Metric Units US Units   TextMode    

IComp is the creation of Clarence Klassen of KlassENgineering Inc.,
and has been put into App format by Clarence Klassen/Steven Abbott
Typical Density Values
Density represents the density of the web.
Choose a Web, select the value and copy it.
Close this form and paste value into Density in Text Mode.
Nylon 6 (PA)1.130.0408
Typical Motor Inertia Values
Motor Inertia represents the Inertia of the spool.
Choose a spool material, select the value and copy it.
Close this form and enter a value into Spool Inertia.
Mtr PwrMtr PwrInertiaInertia
What is the Motor Base RPM Values
Motor Base RPM is the RPM the motor will turn at when energized with rated voltage and frequency. Typically 1150 or 1750 RPM. The Base RPM is shown on the motor nameplate.
IComp Instructions and Terminology

Newton’s First Law of Motion states that an object not subjected to any net external force moves at a constant velocity. This is the principle of inertia. We often think of inertia as resistance to change in velocity in a straight line. In this case, the inertia is identical to mass, with units of kilograms or pounds mass. A force will accelerate a mass.

In web handling, we are concerned with the inertia of rotating bodies (rollers). This is called the Moment of Inertia. Units of the Moment of Inertia are ft-lb2 (mass) or Kg-m2. For a solid cylinder, it turns out the Moment of Inertia increases as the 4th power of the diameter.

Torque is required to accelerate a roller. The greater the inertia, the greater the torque required. The Acceleration of a roller is Moment of Inertia * Torque.

A drive’s speed regulator is incapable of accurately accelerating the roller with the line pacer. The speed will always lag behind the speed reference when the speed is changing (ramping). We can compensate for this speed lag with inertia compensation. Inertia compensation for a fixed roller adds a torque proportional to the inertia when accelerating at a fixed rate. Inertia compensation is suggested for all rollers if tension requirements indicate that all rollers accelerate together.

While Inertia Compensation should be considered for a fixed roller, it is almost always required for winding rolls if the line speed changes. That is because there is a huge change in inertia between the core diameter and the maximum diameter of a roll. The inertia of the roll increases with the 4th power of the diameter.

Here are some examples of inertia for a 2m wide roll of several products.

100mm core (kg*m2)
500mm roll (kg*m2)
Density (gm/mm2)0.9460.6002.7008.000

As the diameter changes, the RPM decreases. The torque required for accelerating the roll is Moment of Inertia * Angular Acceleration. The Inertia of the roll increases as diameter4, but the angular acceleration decreases with diameter. Therefore, torque increases as diameter3 but is shaped like a quadratic. Generally, the torque required is greatest at the maximum diameter, near minimum at the spindle or core and its minimum value is at a diameter just a bit larger than the core.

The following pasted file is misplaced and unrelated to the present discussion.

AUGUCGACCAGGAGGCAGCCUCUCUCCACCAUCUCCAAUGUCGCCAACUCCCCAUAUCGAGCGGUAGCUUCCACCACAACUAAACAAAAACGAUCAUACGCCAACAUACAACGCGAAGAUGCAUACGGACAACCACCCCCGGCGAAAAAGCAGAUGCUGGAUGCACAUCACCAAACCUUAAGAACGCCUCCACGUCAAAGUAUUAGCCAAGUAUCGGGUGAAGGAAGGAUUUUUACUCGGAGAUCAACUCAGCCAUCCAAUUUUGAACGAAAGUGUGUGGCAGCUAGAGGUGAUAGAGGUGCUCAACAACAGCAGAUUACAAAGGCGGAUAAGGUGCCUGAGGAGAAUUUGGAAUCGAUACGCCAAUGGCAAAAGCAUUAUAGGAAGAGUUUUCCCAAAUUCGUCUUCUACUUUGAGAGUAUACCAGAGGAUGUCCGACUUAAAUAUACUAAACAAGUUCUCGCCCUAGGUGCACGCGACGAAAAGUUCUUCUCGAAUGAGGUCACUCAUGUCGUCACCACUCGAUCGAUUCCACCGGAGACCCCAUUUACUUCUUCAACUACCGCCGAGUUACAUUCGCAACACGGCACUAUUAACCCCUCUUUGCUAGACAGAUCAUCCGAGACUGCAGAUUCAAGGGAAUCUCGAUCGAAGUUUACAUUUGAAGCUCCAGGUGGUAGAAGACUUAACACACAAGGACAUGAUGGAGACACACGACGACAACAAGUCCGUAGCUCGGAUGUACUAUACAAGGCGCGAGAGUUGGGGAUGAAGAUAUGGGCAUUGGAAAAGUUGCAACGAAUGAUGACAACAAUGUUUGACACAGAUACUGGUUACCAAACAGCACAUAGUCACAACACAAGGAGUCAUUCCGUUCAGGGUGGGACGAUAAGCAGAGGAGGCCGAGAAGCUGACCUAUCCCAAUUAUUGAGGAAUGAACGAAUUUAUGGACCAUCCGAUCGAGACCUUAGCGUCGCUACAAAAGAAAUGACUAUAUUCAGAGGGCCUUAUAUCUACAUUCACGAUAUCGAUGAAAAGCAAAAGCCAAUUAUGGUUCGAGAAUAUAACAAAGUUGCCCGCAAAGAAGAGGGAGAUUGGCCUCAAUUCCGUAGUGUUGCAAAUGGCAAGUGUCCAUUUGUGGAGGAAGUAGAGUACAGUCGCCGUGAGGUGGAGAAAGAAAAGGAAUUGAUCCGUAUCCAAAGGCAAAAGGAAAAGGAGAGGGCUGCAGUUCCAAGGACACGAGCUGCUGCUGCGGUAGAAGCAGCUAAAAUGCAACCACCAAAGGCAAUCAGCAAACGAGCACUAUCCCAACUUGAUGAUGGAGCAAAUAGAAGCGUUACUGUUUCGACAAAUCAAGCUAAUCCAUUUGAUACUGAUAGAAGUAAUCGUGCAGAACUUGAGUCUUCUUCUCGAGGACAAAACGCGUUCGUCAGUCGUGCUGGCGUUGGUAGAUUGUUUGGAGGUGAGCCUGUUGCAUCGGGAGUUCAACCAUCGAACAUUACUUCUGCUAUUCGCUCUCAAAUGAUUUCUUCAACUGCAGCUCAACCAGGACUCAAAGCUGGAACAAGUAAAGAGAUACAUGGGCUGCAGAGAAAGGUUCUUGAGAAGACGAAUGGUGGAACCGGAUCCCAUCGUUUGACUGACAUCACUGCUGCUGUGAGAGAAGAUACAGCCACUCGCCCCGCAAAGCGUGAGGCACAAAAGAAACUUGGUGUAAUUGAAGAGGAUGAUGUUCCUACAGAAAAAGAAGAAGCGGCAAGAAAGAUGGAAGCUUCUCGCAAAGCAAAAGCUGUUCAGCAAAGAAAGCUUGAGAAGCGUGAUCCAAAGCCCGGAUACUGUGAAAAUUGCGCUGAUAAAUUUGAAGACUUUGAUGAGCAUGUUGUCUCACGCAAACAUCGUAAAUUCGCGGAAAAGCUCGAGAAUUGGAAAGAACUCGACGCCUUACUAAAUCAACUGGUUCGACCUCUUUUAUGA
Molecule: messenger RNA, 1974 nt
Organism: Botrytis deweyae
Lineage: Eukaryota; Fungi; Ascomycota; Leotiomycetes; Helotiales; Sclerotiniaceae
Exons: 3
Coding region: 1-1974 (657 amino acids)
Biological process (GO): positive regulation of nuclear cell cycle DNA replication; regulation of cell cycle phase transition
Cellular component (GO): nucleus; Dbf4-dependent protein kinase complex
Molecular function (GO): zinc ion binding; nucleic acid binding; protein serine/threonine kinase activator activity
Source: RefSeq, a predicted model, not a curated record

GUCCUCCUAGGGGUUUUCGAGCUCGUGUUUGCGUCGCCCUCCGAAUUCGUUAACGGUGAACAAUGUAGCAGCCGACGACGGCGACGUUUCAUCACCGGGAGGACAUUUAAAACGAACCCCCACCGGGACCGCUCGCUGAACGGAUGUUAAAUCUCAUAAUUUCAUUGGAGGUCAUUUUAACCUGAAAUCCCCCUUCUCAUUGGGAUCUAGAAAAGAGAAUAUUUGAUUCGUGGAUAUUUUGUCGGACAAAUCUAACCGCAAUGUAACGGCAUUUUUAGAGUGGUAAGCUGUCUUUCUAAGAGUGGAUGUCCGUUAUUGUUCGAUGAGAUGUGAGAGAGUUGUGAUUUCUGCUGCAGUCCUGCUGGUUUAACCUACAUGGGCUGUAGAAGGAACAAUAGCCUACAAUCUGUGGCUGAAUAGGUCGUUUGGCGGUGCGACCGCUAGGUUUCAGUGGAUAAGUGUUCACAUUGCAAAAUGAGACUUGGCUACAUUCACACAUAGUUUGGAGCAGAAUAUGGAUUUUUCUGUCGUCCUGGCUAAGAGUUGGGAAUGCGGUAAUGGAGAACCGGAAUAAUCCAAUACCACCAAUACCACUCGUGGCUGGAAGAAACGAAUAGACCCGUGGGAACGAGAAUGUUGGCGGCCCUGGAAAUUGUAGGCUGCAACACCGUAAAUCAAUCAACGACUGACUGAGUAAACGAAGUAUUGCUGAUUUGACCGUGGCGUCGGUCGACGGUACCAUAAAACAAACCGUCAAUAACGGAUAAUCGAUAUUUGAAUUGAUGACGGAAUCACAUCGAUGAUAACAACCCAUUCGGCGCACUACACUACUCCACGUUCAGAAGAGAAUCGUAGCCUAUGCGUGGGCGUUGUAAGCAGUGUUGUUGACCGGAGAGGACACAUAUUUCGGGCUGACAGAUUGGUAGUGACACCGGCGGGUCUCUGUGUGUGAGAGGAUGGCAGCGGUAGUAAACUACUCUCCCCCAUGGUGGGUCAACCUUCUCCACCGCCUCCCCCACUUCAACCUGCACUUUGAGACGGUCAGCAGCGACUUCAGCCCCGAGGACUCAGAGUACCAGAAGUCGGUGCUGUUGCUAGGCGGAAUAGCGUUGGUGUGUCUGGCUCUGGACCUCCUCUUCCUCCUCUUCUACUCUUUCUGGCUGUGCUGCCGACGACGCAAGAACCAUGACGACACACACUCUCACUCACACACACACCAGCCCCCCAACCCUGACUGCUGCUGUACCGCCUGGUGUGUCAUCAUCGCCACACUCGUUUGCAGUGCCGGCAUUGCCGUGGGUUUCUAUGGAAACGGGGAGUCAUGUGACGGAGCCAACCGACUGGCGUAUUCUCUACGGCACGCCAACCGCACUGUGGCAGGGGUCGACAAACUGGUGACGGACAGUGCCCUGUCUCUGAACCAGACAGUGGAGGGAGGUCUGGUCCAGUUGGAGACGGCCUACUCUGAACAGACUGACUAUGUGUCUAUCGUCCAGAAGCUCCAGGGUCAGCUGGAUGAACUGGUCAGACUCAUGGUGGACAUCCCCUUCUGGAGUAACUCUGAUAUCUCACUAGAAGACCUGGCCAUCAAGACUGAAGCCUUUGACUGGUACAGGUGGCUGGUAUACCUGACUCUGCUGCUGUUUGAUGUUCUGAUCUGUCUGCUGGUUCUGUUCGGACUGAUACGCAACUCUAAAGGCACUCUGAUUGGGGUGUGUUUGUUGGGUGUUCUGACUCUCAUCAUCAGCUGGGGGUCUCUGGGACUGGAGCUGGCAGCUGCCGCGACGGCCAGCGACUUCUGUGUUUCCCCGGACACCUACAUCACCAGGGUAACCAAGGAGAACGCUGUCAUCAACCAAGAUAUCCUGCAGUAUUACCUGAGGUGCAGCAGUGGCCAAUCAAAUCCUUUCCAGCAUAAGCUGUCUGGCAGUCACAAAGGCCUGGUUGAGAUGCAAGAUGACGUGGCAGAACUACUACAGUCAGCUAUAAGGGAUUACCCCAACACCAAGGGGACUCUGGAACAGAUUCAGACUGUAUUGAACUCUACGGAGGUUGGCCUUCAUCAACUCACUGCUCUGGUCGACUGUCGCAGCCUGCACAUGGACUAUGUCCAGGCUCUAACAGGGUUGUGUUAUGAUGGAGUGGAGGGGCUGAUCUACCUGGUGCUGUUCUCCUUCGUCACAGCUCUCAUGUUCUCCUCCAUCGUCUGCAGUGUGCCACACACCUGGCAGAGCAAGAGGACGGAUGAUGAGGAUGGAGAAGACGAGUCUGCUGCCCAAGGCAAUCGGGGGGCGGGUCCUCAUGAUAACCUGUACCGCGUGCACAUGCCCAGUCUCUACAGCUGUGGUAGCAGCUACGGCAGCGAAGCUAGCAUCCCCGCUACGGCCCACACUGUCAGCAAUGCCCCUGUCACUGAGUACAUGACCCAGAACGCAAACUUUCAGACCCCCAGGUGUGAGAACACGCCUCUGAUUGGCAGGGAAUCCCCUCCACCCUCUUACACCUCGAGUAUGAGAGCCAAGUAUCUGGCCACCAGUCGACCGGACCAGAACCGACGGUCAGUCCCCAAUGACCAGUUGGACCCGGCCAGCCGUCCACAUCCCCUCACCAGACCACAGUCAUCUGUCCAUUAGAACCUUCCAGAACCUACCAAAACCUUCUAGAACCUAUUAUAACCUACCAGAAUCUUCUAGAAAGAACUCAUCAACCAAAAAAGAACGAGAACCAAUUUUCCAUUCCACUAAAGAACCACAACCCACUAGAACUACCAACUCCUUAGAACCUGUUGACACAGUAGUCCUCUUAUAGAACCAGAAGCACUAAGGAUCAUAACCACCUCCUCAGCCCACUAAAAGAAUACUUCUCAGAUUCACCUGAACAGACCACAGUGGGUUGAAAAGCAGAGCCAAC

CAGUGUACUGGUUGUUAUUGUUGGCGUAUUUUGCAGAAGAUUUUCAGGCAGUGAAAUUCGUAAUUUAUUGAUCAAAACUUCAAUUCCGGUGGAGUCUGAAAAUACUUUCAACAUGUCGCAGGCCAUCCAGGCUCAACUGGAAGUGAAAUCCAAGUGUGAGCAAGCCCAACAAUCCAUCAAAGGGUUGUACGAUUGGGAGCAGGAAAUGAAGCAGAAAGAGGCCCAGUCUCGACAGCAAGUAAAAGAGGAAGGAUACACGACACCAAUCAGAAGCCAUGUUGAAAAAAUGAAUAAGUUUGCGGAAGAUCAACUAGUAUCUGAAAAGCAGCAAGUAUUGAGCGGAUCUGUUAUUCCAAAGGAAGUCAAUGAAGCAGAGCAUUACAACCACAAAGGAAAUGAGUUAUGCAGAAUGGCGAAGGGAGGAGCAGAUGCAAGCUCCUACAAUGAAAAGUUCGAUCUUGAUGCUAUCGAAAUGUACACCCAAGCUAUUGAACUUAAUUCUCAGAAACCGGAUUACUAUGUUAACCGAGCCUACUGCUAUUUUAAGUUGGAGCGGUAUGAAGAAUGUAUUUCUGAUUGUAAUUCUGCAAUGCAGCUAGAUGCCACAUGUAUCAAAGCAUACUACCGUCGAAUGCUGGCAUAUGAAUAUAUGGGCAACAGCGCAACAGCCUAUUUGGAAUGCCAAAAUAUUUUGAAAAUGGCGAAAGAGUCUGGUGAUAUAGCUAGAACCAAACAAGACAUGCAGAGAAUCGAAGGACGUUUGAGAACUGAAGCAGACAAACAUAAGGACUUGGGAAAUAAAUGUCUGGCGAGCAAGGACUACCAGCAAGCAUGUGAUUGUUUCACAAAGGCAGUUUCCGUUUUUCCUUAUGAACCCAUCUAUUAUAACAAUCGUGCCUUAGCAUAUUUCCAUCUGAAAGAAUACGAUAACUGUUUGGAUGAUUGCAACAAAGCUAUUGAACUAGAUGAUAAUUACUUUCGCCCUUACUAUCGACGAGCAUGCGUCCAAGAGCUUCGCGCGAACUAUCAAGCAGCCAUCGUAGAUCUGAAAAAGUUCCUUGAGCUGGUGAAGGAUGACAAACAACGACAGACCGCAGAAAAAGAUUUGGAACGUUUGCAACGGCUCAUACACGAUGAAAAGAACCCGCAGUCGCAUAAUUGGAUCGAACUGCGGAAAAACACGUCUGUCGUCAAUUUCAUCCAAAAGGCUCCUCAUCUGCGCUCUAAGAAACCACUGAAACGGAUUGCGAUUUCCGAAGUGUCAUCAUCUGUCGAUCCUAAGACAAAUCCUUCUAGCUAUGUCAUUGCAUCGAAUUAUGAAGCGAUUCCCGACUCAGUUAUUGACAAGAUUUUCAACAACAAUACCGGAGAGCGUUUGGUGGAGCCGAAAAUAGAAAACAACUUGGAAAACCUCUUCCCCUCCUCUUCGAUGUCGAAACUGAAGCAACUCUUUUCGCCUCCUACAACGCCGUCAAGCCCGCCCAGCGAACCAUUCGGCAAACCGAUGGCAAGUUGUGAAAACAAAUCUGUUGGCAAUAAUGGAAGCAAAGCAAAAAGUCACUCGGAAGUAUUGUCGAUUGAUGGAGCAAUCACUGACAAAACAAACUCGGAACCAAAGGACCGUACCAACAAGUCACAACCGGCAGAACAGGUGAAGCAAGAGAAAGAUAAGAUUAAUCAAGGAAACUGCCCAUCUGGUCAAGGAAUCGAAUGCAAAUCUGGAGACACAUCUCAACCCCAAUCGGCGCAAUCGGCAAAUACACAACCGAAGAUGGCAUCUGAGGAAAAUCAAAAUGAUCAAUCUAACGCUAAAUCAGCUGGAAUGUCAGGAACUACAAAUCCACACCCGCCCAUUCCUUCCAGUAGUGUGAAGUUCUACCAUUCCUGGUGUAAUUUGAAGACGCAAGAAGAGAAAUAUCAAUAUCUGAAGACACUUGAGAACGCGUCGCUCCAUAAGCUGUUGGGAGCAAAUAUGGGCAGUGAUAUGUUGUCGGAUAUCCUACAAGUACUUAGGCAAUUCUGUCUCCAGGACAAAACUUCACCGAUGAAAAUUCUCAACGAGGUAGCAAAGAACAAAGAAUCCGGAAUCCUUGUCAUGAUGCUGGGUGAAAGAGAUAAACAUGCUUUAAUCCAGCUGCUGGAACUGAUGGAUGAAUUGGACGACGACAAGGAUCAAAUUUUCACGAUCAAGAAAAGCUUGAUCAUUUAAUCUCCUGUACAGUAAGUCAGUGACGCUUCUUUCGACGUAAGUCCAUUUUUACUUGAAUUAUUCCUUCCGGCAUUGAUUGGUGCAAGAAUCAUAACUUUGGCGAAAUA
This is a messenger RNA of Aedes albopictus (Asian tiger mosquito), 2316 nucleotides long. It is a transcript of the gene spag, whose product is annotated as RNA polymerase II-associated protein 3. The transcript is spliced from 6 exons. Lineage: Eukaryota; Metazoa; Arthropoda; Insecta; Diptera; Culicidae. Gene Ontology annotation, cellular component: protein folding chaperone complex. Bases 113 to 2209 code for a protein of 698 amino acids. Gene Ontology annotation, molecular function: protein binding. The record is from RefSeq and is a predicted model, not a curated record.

The important outputs are:
  1. The maximum torque which generally occurs at the maximum roll diameter.
  2. The minimum torque which generally occurs just above the core diameter.
  3. The diameter at which minimum torque occurs.
  4. The actual power the roll requires to accelerate at maximum diameter.
  5. The required motor nameplate power required to accelerate at maximum diameter. This is higher than the actual power by the ratio of maximum diameter/minimum diameter. This is lowered by increasing gear ratio.

Summary of Inputs and Outputs
The aim is to calculate the extra tension in the web caused by an increase in web speed of ΔV. This depends on the following inputs, along with derived output values

SpanDistance between rollers (m or in)
GaugeThickness of web (mm or mil)
WidthWeb width (mm or in)
SpeedWeb speed(m/min or ft/min)
AccelAcceleration Rate (m/min² or ft/min²)
DensityElastic Density of the web(GPa or MPSI)
AreaCross-sectional area of the web (m² or in²)
TcTime Constant of the tension response to a change in speed at the 2nd roller (s)
GainSteady-state Gain of the tension response (N/m/min or lbf/ft/min)
Final tension value (N or lbf), including T-in, can be read from the graph.

A few fun facts:

For unwinds (or winders), there is a specific diameter where the inertia compensation exactly matches the tension torque during acceleration (deceleration). At this diameter the unwind brake (winder drive) produces no torque, but the tension is correct. Under this circumstance, we often hear the drive train gears and couplings chattering.

For unwinds, the most thermal stress is put on the motor when decelerating with a large roll. That is because tension and deceleration both act in the same direction. This occurs while stopping to patch a web defect just after accelerating with a large roll. Moment of Inertia is the biggest factor in tuning the speed regulator.

If an unwind or winder drive is used for threading the line, the tuning should be optimized for the diameter at which the line is most often threaded. For unwinds, that is at a large diameter. For winders that is at core diameter.